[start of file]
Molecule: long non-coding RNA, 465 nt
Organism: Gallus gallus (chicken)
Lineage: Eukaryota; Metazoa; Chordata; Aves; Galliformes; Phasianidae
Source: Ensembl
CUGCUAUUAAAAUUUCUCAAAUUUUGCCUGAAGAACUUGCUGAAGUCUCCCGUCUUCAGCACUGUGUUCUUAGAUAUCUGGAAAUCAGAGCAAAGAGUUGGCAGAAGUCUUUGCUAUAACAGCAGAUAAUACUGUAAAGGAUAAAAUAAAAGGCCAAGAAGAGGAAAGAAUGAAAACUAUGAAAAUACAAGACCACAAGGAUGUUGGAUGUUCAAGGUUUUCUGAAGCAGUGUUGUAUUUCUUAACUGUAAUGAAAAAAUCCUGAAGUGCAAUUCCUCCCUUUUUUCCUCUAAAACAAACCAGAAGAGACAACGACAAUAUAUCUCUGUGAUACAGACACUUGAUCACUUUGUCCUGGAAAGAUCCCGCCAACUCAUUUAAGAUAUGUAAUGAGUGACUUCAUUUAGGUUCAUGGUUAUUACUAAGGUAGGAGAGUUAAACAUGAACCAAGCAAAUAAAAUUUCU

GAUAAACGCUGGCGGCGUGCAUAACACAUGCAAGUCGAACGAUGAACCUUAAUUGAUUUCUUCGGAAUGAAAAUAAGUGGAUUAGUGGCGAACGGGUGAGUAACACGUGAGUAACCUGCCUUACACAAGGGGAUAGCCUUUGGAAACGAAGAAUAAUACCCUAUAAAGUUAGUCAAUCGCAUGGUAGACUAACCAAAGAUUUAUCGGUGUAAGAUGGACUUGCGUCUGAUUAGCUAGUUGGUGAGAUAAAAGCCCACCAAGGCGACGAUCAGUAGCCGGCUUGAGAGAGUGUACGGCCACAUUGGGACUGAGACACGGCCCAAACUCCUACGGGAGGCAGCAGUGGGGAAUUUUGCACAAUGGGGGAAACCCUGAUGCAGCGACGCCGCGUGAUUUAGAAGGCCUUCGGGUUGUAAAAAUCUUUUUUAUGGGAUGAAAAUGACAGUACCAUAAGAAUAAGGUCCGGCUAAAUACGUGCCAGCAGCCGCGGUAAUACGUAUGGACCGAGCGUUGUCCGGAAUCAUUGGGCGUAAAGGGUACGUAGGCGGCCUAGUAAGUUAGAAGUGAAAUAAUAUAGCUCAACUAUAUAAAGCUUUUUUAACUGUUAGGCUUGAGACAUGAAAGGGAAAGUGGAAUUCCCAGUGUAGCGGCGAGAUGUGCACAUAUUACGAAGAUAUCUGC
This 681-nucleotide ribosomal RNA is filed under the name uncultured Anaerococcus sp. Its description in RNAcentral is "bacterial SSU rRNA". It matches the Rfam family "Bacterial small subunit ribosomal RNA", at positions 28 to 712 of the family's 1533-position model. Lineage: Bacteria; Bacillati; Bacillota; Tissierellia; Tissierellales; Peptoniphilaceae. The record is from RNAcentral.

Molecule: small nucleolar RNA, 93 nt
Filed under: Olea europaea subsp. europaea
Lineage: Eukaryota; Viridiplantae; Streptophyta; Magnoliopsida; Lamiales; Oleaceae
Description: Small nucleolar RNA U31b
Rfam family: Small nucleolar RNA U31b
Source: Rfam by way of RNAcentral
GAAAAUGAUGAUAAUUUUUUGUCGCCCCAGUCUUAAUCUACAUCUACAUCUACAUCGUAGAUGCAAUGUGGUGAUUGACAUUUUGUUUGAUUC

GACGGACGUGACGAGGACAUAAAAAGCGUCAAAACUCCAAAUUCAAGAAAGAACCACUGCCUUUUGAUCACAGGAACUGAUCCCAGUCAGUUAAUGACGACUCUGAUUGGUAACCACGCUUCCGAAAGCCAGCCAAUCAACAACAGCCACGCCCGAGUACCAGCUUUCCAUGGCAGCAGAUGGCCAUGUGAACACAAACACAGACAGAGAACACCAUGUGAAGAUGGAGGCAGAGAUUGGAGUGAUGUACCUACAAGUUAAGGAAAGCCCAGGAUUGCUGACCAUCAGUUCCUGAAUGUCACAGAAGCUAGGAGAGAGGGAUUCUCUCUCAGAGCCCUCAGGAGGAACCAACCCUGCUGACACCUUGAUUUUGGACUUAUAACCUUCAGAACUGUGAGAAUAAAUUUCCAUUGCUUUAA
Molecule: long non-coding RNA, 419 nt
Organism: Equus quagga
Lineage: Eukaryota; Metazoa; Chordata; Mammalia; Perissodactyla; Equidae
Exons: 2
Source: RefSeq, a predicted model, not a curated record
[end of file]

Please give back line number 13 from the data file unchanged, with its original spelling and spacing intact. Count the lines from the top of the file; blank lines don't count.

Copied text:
Source: Rfam by way of RNAcentral